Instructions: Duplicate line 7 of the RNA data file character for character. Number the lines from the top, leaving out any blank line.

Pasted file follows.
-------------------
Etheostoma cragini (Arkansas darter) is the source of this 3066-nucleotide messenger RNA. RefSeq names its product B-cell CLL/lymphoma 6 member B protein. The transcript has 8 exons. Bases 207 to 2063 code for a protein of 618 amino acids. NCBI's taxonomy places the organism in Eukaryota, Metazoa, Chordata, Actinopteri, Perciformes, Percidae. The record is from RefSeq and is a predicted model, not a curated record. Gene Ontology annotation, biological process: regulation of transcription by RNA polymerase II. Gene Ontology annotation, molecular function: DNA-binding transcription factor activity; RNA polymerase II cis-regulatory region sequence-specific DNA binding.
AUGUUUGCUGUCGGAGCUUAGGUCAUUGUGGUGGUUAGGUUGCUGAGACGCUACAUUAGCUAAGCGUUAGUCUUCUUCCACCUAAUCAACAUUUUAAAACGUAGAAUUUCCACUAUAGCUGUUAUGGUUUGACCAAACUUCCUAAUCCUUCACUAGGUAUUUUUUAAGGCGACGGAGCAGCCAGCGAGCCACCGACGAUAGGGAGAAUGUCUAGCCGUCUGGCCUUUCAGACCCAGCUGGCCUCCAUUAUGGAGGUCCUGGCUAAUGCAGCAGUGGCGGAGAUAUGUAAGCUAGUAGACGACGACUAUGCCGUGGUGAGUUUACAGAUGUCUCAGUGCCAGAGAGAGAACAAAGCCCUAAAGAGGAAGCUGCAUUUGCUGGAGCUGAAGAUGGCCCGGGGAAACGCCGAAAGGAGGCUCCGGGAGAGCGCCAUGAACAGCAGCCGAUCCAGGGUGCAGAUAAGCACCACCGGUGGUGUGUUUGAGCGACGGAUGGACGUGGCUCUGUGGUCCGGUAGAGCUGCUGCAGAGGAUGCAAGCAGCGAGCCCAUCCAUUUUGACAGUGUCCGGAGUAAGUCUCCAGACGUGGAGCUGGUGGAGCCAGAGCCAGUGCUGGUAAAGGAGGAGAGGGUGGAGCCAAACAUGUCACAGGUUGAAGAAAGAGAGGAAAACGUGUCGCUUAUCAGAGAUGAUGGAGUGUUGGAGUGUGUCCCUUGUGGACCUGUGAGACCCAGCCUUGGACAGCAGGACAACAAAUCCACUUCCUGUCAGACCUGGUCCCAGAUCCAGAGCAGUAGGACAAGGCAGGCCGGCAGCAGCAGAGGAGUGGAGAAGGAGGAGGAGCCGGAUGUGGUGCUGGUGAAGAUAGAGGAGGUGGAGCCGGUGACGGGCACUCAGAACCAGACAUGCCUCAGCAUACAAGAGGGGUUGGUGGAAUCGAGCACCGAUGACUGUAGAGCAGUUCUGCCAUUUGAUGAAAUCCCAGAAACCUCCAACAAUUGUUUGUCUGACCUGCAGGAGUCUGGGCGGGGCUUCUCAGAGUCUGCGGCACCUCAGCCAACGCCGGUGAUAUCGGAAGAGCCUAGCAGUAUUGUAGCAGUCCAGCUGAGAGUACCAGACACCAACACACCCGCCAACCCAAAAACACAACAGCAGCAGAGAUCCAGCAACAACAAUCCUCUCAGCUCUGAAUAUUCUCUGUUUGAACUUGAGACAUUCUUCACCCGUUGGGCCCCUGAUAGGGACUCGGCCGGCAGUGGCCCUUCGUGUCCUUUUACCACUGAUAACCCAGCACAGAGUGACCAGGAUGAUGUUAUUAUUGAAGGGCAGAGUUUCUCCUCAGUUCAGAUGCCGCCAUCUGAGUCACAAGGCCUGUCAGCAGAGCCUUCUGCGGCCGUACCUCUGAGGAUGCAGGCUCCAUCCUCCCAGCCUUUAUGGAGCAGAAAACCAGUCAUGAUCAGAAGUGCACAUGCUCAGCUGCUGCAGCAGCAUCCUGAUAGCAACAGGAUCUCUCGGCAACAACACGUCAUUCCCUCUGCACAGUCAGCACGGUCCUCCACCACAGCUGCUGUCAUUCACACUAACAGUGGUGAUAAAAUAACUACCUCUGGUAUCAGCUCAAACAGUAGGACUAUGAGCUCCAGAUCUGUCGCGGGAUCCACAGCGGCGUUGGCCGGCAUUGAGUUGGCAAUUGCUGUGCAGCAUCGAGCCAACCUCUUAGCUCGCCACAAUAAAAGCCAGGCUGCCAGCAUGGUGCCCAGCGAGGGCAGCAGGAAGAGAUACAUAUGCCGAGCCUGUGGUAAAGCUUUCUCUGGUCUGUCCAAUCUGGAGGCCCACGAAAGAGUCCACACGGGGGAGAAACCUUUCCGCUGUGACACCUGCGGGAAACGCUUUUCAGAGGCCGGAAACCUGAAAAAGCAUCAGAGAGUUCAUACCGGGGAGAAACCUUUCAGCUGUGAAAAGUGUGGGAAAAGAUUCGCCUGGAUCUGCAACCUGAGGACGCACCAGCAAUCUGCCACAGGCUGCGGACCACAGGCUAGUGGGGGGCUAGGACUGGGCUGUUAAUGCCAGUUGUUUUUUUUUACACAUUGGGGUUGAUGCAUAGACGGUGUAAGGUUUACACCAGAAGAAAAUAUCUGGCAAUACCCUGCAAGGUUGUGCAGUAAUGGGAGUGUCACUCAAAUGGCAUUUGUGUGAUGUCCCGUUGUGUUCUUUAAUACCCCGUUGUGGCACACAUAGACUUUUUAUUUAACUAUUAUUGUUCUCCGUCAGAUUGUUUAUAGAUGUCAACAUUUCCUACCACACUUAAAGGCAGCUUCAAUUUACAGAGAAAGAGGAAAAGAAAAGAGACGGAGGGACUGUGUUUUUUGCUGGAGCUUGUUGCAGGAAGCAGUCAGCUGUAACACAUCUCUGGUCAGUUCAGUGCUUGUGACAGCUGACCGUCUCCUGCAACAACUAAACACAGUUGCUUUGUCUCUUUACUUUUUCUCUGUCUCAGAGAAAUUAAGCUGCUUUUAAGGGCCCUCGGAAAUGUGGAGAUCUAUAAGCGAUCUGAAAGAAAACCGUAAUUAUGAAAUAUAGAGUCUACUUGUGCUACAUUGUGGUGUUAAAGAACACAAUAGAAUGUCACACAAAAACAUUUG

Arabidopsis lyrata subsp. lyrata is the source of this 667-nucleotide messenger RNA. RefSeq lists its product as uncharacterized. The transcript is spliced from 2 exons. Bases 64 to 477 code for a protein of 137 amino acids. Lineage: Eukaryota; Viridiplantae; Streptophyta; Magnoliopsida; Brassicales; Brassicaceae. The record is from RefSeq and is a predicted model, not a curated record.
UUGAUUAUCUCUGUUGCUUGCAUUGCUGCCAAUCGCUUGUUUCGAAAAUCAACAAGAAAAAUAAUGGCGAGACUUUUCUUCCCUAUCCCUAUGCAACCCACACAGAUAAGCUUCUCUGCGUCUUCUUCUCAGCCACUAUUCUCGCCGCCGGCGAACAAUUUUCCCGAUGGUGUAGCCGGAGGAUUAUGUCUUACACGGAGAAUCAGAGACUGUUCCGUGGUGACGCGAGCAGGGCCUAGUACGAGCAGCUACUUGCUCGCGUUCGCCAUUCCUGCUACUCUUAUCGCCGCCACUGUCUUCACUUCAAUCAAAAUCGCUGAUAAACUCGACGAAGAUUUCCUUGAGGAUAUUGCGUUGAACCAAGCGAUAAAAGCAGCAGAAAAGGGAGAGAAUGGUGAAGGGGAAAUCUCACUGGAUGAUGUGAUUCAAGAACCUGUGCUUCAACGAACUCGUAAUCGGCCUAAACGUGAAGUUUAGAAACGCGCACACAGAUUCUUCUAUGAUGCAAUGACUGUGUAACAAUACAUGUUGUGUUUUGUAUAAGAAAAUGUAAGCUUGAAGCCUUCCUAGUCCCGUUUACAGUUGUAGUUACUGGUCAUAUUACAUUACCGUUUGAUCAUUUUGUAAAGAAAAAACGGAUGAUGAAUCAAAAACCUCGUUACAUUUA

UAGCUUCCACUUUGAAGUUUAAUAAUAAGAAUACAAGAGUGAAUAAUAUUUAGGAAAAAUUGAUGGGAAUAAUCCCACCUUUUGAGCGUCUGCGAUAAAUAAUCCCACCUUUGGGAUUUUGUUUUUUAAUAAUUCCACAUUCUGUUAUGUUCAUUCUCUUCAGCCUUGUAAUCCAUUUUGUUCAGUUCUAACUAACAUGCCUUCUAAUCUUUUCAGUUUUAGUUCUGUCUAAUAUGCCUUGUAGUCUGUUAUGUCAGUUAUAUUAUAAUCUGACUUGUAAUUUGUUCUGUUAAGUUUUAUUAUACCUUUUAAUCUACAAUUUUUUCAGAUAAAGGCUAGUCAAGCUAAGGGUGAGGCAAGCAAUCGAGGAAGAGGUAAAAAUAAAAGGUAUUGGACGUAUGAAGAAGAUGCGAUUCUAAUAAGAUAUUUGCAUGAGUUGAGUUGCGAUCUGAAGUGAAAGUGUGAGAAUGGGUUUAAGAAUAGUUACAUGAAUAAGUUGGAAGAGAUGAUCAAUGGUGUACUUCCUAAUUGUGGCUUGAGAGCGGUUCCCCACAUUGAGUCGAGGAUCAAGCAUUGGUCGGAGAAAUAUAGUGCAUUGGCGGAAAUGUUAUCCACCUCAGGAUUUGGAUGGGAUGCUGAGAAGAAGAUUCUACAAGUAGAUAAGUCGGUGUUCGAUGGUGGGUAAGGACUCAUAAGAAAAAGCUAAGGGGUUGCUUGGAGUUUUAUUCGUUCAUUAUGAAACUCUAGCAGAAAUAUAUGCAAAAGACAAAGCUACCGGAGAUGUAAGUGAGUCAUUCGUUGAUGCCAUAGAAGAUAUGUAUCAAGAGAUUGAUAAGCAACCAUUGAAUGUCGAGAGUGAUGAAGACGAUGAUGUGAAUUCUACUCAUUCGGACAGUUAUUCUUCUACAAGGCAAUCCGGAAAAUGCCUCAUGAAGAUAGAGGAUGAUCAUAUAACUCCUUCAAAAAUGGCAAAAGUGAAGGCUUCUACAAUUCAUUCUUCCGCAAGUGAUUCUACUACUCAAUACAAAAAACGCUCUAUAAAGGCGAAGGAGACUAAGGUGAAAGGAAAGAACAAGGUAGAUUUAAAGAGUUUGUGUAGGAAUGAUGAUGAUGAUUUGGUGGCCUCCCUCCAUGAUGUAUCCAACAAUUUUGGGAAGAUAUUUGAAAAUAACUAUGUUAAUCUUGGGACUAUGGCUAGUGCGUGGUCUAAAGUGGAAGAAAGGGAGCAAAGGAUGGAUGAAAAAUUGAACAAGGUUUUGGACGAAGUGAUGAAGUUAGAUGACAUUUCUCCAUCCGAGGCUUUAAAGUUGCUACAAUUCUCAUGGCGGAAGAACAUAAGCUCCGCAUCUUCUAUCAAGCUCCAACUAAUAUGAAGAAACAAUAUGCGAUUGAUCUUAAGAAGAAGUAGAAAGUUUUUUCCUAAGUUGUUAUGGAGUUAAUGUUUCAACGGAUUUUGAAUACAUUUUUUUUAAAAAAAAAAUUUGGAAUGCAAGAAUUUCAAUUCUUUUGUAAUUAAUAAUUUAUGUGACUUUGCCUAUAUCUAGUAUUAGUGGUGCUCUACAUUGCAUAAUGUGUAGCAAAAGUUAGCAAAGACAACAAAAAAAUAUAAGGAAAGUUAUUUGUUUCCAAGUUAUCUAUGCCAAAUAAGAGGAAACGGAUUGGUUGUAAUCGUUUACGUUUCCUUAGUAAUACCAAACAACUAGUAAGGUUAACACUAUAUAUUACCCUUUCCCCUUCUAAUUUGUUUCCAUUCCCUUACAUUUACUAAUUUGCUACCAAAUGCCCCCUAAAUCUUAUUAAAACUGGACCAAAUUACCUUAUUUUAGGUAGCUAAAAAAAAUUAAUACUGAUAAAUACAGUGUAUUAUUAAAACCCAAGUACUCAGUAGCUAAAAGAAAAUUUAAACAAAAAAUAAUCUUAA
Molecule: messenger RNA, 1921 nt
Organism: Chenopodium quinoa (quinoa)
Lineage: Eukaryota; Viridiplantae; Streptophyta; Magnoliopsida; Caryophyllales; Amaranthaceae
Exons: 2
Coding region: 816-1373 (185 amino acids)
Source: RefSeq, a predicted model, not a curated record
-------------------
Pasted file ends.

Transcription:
Organism: Chenopodium quinoa (quinoa)